The ten question Census will be largely digital for the first time, and there are a lot of communities and populations that stand to be left out of the count, including traditionally hard-to-count populations like New Americans, and people with limited access to internet and limited experience with technology.
There are a lot of things tied to the Census, including the basic tenets of democracy and representation in our State and Federal government, and, what resonates more with people in studies, state and federal funds received locally; young families are more likely to participate in the Census when they find out it affects funding for their community. Federal funding for Medicaid, local schools, highway planning and construction, CHIP, WIC, SNAP, HEAP, and more are distributed using formulas based on the decennial Census. Similar formulas based on the Census or based on formulas based on the Census are used to allocate state funding for programs like the Community Development Block Grant Program, and Census data is used for planning purposes by businesses and nonprofits. An inaccurate count will result in lost funding, which helps offset state and local funds, and reduced representation at the state and federal levels.
Libraries can help ensure a complete count by partnering with Community Based Organizations, local governments, and anyone interested in getting the word out about the Census. Libraries can also provide support as tech hubs and trusted organizations in their community.
- 2020 Census Complete Count Committee Guide – Complete Count Committees (CCC) are volunteer committees established by tribal, state, and local governments and community leaders or organizations to increase awareness and motivate residents to respond to the 2020 Census.
- Counting for Dollars Project – This project will identify all federal financial assistance programs relying Decennial Census-derived data to guide the geographic distribution of funds.
- Libraries and the 2020 Census (ALA) – Brief on how and why libraries are an important part of Complete Count efforts all over the country.
- Getting Ready for Census 2020 (NYLA)
- Kids Count 2018 from Annie E. Casey Foundation – The 2010 U.S. Census failed to count almost 1 million children younger than age 5, and we could make the same mistake in the 2020 Census.
- New York State Census Focus Groups with Families with Young Children – All participants were unaware that the census affected the levels of funding, and they generally felt that that is a crucial reason to fill out the census.
- Hard to Count Population Map with Libraries – Hard to Count populations are communities and groups with historically low response rates to the Census including, young children, highly mobile persons, racial and ethnic minorities, non-English speakers, low income persons, persons experiencing homelessness, undocumented immigrants, persons who distrust the government, LGBTQ persons, persons with mental or physical disabilities, persons who do not live in traditional housing.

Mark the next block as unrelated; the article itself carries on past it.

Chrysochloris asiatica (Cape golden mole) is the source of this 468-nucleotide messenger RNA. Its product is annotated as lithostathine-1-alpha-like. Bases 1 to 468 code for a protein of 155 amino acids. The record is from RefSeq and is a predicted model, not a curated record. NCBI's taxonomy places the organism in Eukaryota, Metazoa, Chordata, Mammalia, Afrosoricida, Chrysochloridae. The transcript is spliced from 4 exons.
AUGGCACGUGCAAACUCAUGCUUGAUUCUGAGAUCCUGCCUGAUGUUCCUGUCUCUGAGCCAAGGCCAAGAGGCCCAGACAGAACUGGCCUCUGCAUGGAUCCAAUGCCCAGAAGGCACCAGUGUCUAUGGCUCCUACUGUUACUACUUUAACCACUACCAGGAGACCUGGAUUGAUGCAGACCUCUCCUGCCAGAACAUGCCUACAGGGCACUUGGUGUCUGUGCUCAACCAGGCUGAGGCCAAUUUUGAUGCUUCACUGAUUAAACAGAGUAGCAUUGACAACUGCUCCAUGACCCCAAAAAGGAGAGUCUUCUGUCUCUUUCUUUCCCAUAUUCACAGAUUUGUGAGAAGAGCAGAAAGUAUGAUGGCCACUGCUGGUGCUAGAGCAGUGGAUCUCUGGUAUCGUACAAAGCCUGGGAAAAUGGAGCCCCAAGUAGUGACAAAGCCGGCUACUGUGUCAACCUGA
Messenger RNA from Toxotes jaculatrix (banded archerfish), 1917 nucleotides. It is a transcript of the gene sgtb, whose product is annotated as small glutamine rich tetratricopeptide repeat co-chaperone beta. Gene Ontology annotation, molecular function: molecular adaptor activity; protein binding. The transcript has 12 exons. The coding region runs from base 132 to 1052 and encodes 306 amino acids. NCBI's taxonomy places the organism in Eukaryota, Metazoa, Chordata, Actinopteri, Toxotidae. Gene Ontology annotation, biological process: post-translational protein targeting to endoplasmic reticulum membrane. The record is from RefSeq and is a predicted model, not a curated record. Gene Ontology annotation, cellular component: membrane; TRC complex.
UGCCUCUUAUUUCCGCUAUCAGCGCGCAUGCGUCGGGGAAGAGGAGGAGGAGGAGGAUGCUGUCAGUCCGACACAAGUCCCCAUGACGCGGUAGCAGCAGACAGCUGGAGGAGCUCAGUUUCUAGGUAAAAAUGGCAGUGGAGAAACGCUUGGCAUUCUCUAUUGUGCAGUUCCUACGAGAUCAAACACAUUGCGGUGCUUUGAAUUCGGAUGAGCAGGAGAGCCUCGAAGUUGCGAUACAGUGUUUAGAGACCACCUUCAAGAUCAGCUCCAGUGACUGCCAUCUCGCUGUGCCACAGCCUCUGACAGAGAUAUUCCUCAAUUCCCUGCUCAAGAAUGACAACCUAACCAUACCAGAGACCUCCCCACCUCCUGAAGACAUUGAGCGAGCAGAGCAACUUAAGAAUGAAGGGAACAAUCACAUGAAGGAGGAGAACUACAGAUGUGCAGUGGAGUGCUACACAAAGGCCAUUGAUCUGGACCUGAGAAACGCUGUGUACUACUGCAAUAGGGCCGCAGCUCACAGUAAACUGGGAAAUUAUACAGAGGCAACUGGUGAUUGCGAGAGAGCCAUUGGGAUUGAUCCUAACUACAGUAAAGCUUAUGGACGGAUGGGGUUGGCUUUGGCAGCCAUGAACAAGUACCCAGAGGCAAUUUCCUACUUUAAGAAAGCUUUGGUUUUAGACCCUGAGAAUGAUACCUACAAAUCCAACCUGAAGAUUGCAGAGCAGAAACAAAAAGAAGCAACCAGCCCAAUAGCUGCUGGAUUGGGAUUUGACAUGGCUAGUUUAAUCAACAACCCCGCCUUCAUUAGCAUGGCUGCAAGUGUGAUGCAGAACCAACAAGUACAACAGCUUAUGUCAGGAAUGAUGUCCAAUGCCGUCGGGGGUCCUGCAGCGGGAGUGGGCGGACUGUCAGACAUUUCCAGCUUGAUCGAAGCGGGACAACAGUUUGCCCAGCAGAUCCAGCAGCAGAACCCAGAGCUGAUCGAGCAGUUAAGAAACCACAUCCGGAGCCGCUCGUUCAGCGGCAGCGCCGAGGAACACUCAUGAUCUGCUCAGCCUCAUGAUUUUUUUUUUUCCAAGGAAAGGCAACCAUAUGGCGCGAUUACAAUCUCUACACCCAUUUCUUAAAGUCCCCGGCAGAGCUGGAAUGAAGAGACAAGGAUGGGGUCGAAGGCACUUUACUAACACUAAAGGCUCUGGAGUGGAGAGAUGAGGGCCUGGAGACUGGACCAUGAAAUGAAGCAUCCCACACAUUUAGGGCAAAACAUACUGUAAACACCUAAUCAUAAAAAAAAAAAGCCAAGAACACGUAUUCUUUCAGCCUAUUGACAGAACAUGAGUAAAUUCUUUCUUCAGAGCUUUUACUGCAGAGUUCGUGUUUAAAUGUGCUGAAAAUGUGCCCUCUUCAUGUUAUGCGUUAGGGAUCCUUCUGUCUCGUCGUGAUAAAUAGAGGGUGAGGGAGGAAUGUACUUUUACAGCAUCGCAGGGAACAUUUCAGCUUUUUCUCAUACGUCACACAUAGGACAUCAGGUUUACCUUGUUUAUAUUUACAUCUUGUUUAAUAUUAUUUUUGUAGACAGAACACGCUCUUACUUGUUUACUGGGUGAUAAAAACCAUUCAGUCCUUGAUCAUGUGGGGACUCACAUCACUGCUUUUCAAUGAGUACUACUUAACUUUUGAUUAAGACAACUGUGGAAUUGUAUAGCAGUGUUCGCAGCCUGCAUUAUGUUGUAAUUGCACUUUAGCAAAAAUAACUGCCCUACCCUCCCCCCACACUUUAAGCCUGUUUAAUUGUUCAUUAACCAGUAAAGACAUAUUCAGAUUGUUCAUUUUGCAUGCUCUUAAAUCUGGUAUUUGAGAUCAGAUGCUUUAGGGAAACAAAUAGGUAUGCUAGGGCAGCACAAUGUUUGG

- Broadband Access and Adoption Map by Census Tract
- It Pays to be Counted – New York stands to lose $2,600 for each person that goes uncounted.
- Census Barriers, Attitudes and Motivators Study – Two-thirds of respondents are “extremely likely” or “very likely” to fill out a census form. Many people were unfamiliar with the census, with only 33 percent being “extremely” or “very” familiar. Knowledge about the purpose and process of the census was uneven across groups. The analysis revealed five barriers that might prevent people from participating in the census: concerns about data privacy and confidentiality, fear of repercussions, distrust in all levels of government, feeling that it doesn’t matter if you are counted, and belief that completing the census might not benefit you personally. Funding for public services was a top motivator across groups, yet less than half of respondents knew that the census is used to determine community funding.
- Title 13, U.S. Code – The privacy of information recorded in the Census is taken very seriously. Private information is never published. It is against the law to disclose or publish any private information that identifies an individual or business such, including names, addresses (including GPS coordinates), Social Security Numbers, and telephone numbers. Violating the law is a serious federal crime. Anyone who violates this law will face severe penalties, including a federal prison sentence of up to five years, a fine of up to $250,000, or both.
- Dollars And Census Planet Money Podcast – This podcast provides a quick 7 minute background on the Census, along with an overview of how the Census determines how much federal funding districts get, and how many congressional representatives they get to elect.
- How the 2020 Census will invite everyone to respond – Outline and timeline of how the call for responses will be conducted from the U.S. Census Bureau.
For more info contact Casey Conlin at firstname.lastname@example.org.